Watch the startling changes to Miss America's body over the years (VIDEO)

Sep 16, 2015 at 10:15 p.m. ET
Image: Donald Kravitz/Getty Images For Dcp/Getty Images

Miss Colorado, Kelley Johnson, made waves when she eschewed the normal practice of singing or dancing during the talent portion of the 2016 competition, instead opting to give a monologue about her love for her career: nursing.

Her speech resonated with nurses around the country, and we gave Johnson a total raised-hands emoji when she walked onstage in the decidedly un-sexy scrubs with the hope that her badass move would prompt a shift in the focus of the pageant from a show of who looks the best in a swimsuit to who is the most inspirational for women.

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But there's still a long way to go, according to a study conducted by PsychGuides.com. For the report, they examined how the appearance of Miss America has changed since its inception back in the 1920s.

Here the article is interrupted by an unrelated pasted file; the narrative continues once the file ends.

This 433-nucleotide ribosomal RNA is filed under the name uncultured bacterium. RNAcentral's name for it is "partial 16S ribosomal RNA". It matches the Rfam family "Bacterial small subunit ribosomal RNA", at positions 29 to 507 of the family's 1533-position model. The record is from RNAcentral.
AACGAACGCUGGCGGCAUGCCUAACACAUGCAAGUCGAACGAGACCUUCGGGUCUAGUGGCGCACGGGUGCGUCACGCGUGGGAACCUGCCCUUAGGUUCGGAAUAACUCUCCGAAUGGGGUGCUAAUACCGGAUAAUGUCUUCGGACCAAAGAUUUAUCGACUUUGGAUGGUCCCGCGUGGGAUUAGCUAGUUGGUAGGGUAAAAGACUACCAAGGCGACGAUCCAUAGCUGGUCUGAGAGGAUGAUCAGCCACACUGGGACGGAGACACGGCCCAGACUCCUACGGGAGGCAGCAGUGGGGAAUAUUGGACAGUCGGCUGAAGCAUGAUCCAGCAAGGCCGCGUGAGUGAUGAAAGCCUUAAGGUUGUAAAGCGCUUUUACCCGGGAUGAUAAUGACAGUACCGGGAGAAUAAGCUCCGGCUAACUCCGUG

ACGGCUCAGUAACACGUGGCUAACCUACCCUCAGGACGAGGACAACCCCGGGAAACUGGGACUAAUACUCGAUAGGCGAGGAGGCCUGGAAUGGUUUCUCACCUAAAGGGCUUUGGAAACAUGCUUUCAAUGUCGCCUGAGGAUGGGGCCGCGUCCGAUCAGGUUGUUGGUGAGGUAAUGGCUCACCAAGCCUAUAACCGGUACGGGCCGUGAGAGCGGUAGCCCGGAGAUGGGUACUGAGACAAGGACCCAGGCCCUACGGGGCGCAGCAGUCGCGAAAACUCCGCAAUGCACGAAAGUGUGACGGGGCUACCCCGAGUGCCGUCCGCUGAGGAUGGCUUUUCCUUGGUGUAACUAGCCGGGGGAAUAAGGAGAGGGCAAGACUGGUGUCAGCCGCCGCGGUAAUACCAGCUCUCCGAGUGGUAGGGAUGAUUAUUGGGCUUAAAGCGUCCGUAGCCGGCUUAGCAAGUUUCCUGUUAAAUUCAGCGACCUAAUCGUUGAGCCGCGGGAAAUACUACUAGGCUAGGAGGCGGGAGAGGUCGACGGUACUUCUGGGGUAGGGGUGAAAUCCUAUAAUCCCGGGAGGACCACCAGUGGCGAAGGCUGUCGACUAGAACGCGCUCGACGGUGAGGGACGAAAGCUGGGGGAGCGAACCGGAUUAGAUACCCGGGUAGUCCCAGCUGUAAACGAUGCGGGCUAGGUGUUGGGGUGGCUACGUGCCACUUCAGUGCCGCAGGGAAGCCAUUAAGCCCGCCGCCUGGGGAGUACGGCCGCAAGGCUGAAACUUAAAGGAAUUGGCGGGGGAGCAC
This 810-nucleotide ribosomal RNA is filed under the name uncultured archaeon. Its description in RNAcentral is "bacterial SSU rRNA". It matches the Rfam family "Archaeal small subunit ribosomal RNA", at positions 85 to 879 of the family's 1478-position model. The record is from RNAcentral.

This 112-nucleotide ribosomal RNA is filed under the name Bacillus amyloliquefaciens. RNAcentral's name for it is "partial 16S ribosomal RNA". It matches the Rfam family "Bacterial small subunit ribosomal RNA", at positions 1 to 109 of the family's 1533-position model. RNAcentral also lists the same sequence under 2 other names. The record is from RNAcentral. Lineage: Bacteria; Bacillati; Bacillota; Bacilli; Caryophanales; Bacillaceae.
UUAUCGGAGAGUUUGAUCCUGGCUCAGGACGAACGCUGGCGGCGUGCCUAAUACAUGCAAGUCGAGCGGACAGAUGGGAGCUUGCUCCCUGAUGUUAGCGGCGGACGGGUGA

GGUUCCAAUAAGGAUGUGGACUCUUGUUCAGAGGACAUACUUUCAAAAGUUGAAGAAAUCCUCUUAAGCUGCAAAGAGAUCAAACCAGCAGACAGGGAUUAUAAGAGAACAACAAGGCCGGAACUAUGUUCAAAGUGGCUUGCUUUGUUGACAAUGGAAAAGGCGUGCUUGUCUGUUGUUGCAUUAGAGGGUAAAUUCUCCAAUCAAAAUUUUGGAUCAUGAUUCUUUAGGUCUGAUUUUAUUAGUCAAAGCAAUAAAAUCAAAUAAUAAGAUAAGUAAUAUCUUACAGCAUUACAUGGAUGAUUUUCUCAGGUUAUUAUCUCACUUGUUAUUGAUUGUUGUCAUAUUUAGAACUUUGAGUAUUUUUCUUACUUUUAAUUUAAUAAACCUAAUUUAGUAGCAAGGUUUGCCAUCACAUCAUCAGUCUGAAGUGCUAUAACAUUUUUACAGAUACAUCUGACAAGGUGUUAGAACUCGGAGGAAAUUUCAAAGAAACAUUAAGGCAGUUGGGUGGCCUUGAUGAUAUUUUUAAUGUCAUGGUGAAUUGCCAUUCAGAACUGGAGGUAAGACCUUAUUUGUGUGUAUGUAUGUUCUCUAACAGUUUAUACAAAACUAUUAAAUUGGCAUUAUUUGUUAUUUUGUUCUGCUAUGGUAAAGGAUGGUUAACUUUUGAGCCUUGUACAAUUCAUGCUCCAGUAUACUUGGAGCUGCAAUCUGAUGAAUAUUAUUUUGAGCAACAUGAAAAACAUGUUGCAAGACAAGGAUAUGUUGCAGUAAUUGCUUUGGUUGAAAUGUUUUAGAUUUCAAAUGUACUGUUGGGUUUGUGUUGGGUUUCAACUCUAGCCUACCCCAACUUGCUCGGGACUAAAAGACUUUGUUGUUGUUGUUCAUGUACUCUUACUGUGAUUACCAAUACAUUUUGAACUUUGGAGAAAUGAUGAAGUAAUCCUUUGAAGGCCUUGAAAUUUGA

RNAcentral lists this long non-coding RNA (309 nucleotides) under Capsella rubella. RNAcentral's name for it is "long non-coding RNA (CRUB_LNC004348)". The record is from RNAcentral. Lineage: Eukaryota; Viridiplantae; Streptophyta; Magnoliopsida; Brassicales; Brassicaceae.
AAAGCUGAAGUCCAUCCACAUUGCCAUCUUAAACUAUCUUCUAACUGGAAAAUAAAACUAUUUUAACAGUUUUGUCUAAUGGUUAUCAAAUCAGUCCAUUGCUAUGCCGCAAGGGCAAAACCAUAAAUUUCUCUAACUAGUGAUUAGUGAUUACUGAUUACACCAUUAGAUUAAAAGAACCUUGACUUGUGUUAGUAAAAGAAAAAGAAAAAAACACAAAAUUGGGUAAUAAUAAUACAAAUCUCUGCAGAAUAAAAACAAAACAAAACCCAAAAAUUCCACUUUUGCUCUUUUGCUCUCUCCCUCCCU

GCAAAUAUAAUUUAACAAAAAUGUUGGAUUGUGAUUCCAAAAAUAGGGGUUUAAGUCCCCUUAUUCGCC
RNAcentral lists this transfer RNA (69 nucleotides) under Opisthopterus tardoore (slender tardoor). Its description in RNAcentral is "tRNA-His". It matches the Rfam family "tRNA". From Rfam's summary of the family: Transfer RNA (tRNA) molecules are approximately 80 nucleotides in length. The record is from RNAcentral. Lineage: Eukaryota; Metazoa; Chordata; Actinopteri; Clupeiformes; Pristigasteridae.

How Miss America's body has changed over the years
Image: PsychGuides.com

And, as you might expect, they noticed a trend: Miss America — a woman described by the pageant organization as "the type which the American girl might well emulate" — has gotten considerably thinner over time. The average body mass index (BMI) for a Miss America contestant has dropped to an "unhealthy" range, meaning that it falls below the normal range of BMIs (18.5 to 24.9), while the BMI for the average woman has actually gone up.

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The GIF created by PsychGuides shows a stark contrast in the bodies of women in the early years as compared to recent ones: Waists have gotten considerably smaller while breasts are generally a lot larger.

Is the report meant to shame thin Miss America contestants? No, but the constant push that "thinner is better" may lead women — especially women in their late teens and early 20s — down a road of disordered eating in order to look like the woman who "represents the highest ideals" in beauty.

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Here's hoping that Miss Colorado turns the tide and inspires more women to focus on how they contribute to society, rather than believing that their only worth is how they look in a bathing suit.

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